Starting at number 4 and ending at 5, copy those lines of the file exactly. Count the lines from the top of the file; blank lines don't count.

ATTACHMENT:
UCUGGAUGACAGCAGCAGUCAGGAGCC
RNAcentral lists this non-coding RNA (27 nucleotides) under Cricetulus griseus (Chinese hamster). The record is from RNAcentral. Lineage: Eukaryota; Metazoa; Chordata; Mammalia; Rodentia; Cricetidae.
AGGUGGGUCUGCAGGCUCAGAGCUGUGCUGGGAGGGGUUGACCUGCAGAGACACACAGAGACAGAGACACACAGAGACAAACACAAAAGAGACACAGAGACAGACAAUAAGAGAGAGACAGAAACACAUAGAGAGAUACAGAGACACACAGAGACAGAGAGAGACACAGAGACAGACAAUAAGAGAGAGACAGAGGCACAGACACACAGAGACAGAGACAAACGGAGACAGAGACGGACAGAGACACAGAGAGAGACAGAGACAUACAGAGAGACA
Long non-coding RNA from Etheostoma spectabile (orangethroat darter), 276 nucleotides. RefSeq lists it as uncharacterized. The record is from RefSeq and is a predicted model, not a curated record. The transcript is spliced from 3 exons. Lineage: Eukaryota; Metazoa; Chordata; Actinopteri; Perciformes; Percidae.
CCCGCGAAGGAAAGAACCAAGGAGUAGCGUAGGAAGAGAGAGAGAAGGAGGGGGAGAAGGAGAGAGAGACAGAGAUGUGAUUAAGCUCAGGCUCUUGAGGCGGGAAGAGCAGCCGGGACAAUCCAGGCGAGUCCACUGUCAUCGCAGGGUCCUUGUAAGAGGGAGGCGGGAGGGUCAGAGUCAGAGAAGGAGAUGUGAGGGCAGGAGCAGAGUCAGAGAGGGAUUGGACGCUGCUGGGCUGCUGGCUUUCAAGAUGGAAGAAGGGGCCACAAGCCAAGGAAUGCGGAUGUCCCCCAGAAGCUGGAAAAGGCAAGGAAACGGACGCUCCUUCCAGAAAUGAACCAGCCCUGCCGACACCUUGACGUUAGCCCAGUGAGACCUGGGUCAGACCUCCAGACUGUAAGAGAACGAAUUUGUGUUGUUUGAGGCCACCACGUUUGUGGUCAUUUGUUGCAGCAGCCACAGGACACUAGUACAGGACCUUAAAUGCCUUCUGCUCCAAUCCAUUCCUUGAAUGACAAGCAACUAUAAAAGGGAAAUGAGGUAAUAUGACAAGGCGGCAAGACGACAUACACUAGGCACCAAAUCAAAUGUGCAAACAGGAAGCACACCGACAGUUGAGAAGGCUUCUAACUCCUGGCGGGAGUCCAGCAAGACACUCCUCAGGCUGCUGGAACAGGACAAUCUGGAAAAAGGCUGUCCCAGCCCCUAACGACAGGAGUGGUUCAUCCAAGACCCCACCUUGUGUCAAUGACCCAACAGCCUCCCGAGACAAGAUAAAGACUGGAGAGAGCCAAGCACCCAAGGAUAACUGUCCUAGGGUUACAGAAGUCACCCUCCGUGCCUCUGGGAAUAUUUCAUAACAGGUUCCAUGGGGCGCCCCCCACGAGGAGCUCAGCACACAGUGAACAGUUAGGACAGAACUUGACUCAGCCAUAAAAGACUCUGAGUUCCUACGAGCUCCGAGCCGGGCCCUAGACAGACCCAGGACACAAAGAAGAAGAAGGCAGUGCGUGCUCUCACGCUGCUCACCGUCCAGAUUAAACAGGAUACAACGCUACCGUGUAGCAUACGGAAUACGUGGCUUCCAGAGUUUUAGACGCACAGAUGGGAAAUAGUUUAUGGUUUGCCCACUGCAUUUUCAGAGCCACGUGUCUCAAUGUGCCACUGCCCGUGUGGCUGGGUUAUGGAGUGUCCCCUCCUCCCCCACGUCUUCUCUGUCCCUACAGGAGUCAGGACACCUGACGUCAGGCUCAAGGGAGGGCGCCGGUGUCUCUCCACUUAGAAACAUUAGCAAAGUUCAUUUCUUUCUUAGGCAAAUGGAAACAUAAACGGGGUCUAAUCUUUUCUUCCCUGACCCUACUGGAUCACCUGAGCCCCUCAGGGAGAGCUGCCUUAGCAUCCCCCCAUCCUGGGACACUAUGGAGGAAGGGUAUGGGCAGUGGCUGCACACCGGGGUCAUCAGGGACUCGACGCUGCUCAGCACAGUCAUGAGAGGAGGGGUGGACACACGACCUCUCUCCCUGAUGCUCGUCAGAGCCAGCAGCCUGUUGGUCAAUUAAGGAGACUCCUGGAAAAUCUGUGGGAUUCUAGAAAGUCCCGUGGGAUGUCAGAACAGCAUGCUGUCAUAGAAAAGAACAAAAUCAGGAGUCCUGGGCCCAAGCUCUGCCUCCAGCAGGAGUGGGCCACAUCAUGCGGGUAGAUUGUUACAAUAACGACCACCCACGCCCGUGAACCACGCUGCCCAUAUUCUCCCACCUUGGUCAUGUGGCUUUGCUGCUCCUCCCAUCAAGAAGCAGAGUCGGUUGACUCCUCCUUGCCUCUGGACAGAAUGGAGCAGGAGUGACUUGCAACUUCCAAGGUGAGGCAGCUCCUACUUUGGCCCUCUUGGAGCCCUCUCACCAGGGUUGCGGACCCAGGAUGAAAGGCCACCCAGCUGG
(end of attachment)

Long non-coding RNA from Etheostoma spectabile (orangethroat darter), 276 nucleotides. RefSeq lists it as uncharacterized. The record is from RefSeq and is a predicted model, not a curated record. The transcript is spliced from 3 exons. Lineage: Eukaryota; Metazoa; Chordata; Actinopteri; Perciformes; Percidae.
CCCGCGAAGGAAAGAACCAAGGAGUAGCGUAGGAAGAGAGAGAGAAGGAGGGGGAGAAGGAGAGAGAGACAGAGAUGUGAUUAAGCUCAGGCUCUUGAGGCGGGAAGAGCAGCCGGGACAAUCCAGGCGAGUCCACUGUCAUCGCAGGGUCCUUGUAAGAGGGAGGCGGGAGGGUCAGAGUCAGAGAAGGAGAUGUGAGGGCAGGAGCAGAGUCAGAGAGGGAUUGGACGCUGCUGGGCUGCUGGCUUUCAAGAUGGAAGAAGGGGCCACAAGCCAAGGAAUGCGGAUGUCCCCCAGAAGCUGGAAAAGGCAAGGAAACGGACGCUCCUUCCAGAAAUGAACCAGCCCUGCCGACACCUUGACGUUAGCCCAGUGAGACCUGGGUCAGACCUCCAGACUGUAAGAGAACGAAUUUGUGUUGUUUGAGGCCACCACGUUUGUGGUCAUUUGUUGCAGCAGCCACAGGACACUAGUACAGGACCUUAAAUGCCUUCUGCUCCAAUCCAUUCCUUGAAUGACAAGCAACUAUAAAAGGGAAAUGAGGUAAUAUGACAAGGCGGCAAGACGACAUACACUAGGCACCAAAUCAAAUGUGCAAACAGGAAGCACACCGACAGUUGAGAAGGCUUCUAACUCCUGGCGGGAGUCCAGCAAGACACUCCUCAGGCUGCUGGAACAGGACAAUCUGGAAAAAGGCUGUCCCAGCCCCUAACGACAGGAGUGGUUCAUCCAAGACCCCACCUUGUGUCAAUGACCCAACAGCCUCCCGAGACAAGAUAAAGACUGGAGAGAGCCAAGCACCCAAGGAUAACUGUCCUAGGGUUACAGAAGUCACCCUCCGUGCCUCUGGGAAUAUUUCAUAACAGGUUCCAUGGGGCGCCCCCCACGAGGAGCUCAGCACACAGUGAACAGUUAGGACAGAACUUGACUCAGCCAUAAAAGACUCUGAGUUCCUACGAGCUCCGAGCCGGGCCCUAGACAGACCCAGGACACAAAGAAGAAGAAGGCAGUGCGUGCUCUCACGCUGCUCACCGUCCAGAUUAAACAGGAUACAACGCUACCGUGUAGCAUACGGAAUACGUGGCUUCCAGAGUUUUAGACGCACAGAUGGGAAAUAGUUUAUGGUUUGCCCACUGCAUUUUCAGAGCCACGUGUCUCAAUGUGCCACUGCCCGUGUGGCUGGGUUAUGGAGUGUCCCCUCCUCCCCCACGUCUUCUCUGUCCCUACAGGAGUCAGGACACCUGACGUCAGGCUCAAGGGAGGGCGCCGGUGUCUCUCCACUUAGAAACAUUAGCAAAGUUCAUUUCUUUCUUAGGCAAAUGGAAACAUAAACGGGGUCUAAUCUUUUCUUCCCUGACCCUACUGGAUCACCUGAGCCCCUCAGGGAGAGCUGCCUUAGCAUCCCCCCAUCCUGGGACACUAUGGAGGAAGGGUAUGGGCAGUGGCUGCACACCGGGGUCAUCAGGGACUCGACGCUGCUCAGCACAGUCAUGAGAGGAGGGGUGGACACACGACCUCUCUCCCUGAUGCUCGUCAGAGCCAGCAGCCUGUUGGUCAAUUAAGGAGACUCCUGGAAAAUCUGUGGGAUUCUAGAAAGUCCCGUGGGAUGUCAGAACAGCAUGCUGUCAUAGAAAAGAACAAAAUCAGGAGUCCUGGGCCCAAGCUCUGCCUCCAGCAGGAGUGGGCCACAUCAUGCGGGUAGAUUGUUACAAUAACGACCACCCACGCCCGUGAACCACGCUGCCCAUAUUCUCCCACCUUGGUCAUGUGGCUUUGCUGCUCCUCCCAUCAAGAAGCAGAGUCGGUUGACUCCUCCUUGCCUCUGGACAGAAUGGAGCAGGAGUGACUUGCAACUUCCAAGGUGAGGCAGCUCCUACUUUGGCCCUCUUGGAGCCCUCUCACCAGGGUUGCGGACCCAGGAUGAAAGGCCACCCAGCUGG